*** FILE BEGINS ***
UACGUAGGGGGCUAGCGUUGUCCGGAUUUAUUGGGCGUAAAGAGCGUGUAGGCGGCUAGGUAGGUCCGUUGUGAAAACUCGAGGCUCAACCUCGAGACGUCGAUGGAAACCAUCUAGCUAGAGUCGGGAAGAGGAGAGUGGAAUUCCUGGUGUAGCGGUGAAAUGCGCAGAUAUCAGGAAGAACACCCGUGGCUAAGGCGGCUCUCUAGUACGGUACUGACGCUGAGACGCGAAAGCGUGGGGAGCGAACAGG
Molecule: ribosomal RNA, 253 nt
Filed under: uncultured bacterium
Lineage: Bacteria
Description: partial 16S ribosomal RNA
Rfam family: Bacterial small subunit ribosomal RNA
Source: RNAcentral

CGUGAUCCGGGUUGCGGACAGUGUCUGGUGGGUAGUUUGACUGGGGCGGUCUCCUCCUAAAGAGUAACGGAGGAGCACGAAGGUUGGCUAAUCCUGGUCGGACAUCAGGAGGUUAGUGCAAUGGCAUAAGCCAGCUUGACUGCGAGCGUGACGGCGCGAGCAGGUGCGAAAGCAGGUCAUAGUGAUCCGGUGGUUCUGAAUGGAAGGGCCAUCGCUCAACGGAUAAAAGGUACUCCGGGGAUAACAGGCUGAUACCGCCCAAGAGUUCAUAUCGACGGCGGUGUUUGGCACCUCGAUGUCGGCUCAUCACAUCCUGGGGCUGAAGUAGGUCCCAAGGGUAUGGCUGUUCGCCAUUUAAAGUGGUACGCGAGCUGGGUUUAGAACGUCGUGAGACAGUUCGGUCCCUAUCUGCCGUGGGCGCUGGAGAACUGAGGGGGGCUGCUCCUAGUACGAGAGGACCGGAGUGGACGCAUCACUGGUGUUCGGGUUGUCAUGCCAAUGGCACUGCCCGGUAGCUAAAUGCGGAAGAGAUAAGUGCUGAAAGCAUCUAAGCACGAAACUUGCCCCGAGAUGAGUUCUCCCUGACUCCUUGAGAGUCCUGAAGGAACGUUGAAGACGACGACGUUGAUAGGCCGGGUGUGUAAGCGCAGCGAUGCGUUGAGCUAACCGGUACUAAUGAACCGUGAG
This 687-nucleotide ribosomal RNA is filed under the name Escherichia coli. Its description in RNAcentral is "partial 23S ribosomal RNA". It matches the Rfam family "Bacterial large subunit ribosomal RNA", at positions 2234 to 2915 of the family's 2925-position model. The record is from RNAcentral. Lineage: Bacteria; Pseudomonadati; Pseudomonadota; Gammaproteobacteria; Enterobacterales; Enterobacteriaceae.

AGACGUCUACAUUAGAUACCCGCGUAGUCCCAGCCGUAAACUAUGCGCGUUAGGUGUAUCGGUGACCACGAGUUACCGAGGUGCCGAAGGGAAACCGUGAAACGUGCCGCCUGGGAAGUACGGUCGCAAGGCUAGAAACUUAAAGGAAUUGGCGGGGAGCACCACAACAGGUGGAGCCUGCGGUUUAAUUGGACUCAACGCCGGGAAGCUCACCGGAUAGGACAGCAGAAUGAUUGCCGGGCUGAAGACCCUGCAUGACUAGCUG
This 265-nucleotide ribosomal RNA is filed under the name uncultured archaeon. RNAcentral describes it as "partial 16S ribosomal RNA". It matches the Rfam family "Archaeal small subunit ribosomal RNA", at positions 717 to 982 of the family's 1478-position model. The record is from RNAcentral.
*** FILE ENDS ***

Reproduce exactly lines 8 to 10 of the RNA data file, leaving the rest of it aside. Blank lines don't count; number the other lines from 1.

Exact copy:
CGUGAUCCGGGUUGCGGACAGUGUCUGGUGGGUAGUUUGACUGGGGCGGUCUCCUCCUAAAGAGUAACGGAGGAGCACGAAGGUUGGCUAAUCCUGGUCGGACAUCAGGAGGUUAGUGCAAUGGCAUAAGCCAGCUUGACUGCGAGCGUGACGGCGCGAGCAGGUGCGAAAGCAGGUCAUAGUGAUCCGGUGGUUCUGAAUGGAAGGGCCAUCGCUCAACGGAUAAAAGGUACUCCGGGGAUAACAGGCUGAUACCGCCCAAGAGUUCAUAUCGACGGCGGUGUUUGGCACCUCGAUGUCGGCUCAUCACAUCCUGGGGCUGAAGUAGGUCCCAAGGGUAUGGCUGUUCGCCAUUUAAAGUGGUACGCGAGCUGGGUUUAGAACGUCGUGAGACAGUUCGGUCCCUAUCUGCCGUGGGCGCUGGAGAACUGAGGGGGGCUGCUCCUAGUACGAGAGGACCGGAGUGGACGCAUCACUGGUGUUCGGGUUGUCAUGCCAAUGGCACUGCCCGGUAGCUAAAUGCGGAAGAGAUAAGUGCUGAAAGCAUCUAAGCACGAAACUUGCCCCGAGAUGAGUUCUCCCUGACUCCUUGAGAGUCCUGAAGGAACGUUGAAGACGACGACGUUGAUAGGCCGGGUGUGUAAGCGCAGCGAUGCGUUGAGCUAACCGGUACUAAUGAACCGUGAG
This 687-nucleotide ribosomal RNA is filed under the name Escherichia coli. Its description in RNAcentral is "partial 23S ribosomal RNA". It matches the Rfam family "Bacterial large subunit ribosomal RNA", at positions 2234 to 2915 of the family's 2925-position model. The record is from RNAcentral. Lineage: Bacteria; Pseudomonadati; Pseudomonadota; Gammaproteobacteria; Enterobacterales; Enterobacteriaceae.

AGACGUCUACAUUAGAUACCCGCGUAGUCCCAGCCGUAAACUAUGCGCGUUAGGUGUAUCGGUGACCACGAGUUACCGAGGUGCCGAAGGGAAACCGUGAAACGUGCCGCCUGGGAAGUACGGUCGCAAGGCUAGAAACUUAAAGGAAUUGGCGGGGAGCACCACAACAGGUGGAGCCUGCGGUUUAAUUGGACUCAACGCCGGGAAGCUCACCGGAUAGGACAGCAGAAUGAUUGCCGGGCUGAAGACCCUGCAUGACUAGCUG